Methacrylic compounds − like triethylene glycol dimethacrylate (TEGDMA) and hydroxyethyl methacrylate (HEMA) − are used as components of polymeric materials commonly employed in various fields including dentistry, where they are present in some types of cements, in endodontic products and, mostly, in dental composite resins . Over the last thirty years these materials have reached a large diffusion throughout the Western world for the treatment of adults and children alike. After performing dental restorations with composite resins, small amounts of uncured molecules are inevitably released into either the oral cavity or – through dentinal diffusion – in pulpal tissues , hence leaching into the blood , a process which may be also facilitated by the mechanical erosion of the material .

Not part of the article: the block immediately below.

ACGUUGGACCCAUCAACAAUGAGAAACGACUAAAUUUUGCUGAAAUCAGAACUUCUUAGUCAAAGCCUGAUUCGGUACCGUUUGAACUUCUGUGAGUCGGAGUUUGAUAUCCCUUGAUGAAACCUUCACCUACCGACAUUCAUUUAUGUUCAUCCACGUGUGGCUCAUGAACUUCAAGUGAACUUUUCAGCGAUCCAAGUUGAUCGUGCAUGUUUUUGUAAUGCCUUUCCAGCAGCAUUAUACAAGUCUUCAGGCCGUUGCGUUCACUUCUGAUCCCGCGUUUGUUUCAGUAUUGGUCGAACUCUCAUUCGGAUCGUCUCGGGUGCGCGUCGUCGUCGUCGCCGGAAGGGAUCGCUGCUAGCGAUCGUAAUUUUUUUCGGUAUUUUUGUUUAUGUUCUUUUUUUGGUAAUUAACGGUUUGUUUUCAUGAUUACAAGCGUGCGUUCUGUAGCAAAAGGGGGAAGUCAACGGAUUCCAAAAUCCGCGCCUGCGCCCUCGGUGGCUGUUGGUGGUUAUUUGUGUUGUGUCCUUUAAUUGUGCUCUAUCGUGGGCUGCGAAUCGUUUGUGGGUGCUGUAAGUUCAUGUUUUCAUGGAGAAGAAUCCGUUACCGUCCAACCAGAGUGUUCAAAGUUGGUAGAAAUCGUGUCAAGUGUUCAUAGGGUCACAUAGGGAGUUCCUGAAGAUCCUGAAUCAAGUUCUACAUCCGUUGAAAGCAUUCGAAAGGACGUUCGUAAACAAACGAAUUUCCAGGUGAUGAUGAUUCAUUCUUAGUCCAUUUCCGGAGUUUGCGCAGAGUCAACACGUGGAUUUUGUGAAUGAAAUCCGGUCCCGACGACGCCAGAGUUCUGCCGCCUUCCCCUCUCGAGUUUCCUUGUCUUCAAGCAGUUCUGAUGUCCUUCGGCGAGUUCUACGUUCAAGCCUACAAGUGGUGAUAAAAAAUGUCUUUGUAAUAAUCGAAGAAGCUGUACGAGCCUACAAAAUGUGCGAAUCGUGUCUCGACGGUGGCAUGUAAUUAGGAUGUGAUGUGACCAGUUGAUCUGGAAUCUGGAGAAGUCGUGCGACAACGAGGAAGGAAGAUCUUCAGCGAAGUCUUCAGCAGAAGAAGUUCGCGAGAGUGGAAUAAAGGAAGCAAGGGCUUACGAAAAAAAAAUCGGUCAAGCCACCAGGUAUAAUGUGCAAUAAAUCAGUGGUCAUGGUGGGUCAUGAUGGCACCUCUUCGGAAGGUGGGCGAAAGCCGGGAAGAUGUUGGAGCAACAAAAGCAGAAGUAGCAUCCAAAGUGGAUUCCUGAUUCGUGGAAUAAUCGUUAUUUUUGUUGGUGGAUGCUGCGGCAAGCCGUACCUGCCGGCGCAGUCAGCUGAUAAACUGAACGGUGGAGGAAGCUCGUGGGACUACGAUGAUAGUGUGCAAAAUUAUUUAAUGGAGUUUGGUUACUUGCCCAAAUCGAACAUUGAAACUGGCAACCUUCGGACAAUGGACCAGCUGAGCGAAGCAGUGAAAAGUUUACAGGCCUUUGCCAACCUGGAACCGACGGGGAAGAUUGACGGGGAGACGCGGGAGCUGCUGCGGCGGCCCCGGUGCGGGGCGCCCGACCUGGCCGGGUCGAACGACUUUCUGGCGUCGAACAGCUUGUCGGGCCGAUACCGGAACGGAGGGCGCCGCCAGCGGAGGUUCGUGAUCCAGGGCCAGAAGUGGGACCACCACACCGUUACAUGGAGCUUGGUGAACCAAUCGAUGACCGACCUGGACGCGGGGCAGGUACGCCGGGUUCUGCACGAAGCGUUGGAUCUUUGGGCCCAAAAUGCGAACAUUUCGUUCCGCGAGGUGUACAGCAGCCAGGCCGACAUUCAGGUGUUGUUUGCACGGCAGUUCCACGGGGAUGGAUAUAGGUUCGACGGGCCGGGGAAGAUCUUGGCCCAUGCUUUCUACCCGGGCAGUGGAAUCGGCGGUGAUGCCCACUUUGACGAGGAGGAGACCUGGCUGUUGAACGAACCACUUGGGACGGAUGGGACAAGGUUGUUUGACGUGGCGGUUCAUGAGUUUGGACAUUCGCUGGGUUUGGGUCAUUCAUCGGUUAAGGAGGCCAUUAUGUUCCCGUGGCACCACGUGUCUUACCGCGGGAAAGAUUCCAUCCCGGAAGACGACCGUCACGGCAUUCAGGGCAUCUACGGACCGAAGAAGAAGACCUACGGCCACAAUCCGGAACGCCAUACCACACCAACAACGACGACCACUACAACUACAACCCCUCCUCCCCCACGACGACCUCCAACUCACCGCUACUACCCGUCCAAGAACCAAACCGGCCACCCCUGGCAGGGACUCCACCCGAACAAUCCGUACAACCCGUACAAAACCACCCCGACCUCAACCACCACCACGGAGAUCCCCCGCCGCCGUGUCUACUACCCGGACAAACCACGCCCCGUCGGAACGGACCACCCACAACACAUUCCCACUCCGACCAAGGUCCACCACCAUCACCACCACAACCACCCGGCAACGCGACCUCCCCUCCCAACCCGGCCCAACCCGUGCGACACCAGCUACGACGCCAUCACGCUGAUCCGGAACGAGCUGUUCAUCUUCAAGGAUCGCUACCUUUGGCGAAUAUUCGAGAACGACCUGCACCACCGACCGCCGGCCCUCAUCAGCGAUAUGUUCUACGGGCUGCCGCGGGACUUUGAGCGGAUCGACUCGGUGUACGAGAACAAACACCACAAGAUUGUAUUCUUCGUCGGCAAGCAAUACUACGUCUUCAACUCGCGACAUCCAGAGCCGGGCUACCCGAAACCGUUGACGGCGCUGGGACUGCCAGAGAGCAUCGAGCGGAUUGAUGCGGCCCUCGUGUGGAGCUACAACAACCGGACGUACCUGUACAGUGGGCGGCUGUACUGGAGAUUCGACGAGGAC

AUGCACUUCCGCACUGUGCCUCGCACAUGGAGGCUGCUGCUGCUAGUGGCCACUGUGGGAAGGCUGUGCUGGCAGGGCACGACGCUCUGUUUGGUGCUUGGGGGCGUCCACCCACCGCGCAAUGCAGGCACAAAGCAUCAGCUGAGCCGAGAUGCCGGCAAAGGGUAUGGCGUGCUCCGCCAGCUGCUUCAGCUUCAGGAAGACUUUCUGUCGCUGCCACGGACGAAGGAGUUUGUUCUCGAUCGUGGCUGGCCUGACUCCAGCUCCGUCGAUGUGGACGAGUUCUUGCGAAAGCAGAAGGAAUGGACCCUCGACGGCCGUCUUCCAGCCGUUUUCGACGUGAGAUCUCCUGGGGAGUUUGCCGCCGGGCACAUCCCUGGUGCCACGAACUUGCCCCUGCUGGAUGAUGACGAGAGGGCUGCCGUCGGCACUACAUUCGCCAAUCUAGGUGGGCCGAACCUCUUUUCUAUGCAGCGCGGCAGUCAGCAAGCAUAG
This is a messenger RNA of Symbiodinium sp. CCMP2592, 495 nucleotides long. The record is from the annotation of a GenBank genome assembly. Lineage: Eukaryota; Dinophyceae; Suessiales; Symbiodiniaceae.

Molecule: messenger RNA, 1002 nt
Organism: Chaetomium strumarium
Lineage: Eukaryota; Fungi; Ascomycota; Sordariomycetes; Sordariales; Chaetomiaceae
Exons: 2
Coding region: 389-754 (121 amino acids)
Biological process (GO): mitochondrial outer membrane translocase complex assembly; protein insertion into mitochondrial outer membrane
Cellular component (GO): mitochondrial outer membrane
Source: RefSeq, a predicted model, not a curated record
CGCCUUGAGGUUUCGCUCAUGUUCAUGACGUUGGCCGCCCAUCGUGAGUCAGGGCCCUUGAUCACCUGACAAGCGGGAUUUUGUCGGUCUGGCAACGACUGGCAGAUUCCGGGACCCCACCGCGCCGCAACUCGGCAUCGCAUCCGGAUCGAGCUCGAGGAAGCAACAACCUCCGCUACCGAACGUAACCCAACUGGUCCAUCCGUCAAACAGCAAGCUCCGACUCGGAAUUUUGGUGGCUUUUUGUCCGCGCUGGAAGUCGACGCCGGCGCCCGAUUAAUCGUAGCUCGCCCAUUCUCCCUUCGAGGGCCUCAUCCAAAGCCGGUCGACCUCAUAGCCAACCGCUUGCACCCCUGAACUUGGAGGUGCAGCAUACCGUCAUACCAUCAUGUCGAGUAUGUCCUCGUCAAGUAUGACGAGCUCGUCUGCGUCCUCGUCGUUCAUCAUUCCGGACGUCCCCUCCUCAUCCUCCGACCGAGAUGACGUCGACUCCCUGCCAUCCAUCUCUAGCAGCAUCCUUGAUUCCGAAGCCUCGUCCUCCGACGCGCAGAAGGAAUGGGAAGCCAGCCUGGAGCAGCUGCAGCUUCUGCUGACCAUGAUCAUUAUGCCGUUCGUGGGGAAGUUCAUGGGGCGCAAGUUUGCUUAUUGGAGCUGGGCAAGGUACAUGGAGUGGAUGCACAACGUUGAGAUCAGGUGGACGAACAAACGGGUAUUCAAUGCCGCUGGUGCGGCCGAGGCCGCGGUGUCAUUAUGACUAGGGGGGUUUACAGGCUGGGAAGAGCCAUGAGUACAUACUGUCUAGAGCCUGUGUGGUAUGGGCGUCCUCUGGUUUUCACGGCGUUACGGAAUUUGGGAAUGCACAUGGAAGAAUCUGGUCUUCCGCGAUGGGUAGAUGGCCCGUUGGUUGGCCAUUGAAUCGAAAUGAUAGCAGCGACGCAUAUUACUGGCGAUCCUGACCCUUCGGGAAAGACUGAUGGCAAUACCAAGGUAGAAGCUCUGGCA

In some instances, methacrylic monomers display a variable degree of toxicity and may cause, or contribute to, adverse biological effects like the damages of the oral soft tissues sometimes observed in vivo : it is therefore evident the need of detailed in vitro studies regarding the interactions between methacrylates and host . To understand the reasons of the adverse biological effects, in vitro biocompatibility studies of materials containing methacrylates are today performed by multidisciplinary teams including toxicology, biology and chemistry experts. The toxic effects caused by methacrylates are nevertheless still difficult to unravel probably because such molecules can act at different levels , for example interfering with the cell cycle and DNA synthesis , or increasing the production of reactive oxygen species (ROS) , or inducing a depletion of intracellular glutathione (GSH) . Such ubiquitous tripeptide is produced in all organs and cells where it accomplishes several physiological tasks including relevant protection against oxidative stress performed through the reduction of hydrogen peroxide and lipid peroxides by converting to its oxidized form (GSSG). The latter is either excreted by the cell or reconverted to GSH by the activity of NADPH-dependent GSH reductase or, alternatively, bound to protein thiol groups forming mixed disulfides . GSH can, moreover, also detoxify xenobiotics like methacrylates by conjugating, via a Michael addition , the thiol group with their α,β-unsaturated carbon–carbon moiety ( Patterns 1 and 2 ). The reaction is catalyzed by glutathione S-transferase (GST), one of several enzyme forms belonging to a multi-gene family − present in cytosol, microsomes and mitochondria − involved in detoxification processes . The described reaction, which can also occur in a cell free system , determines GSH cellular depletion as observed in several in vitro studies employing human fibroblasts and HL-60 cells .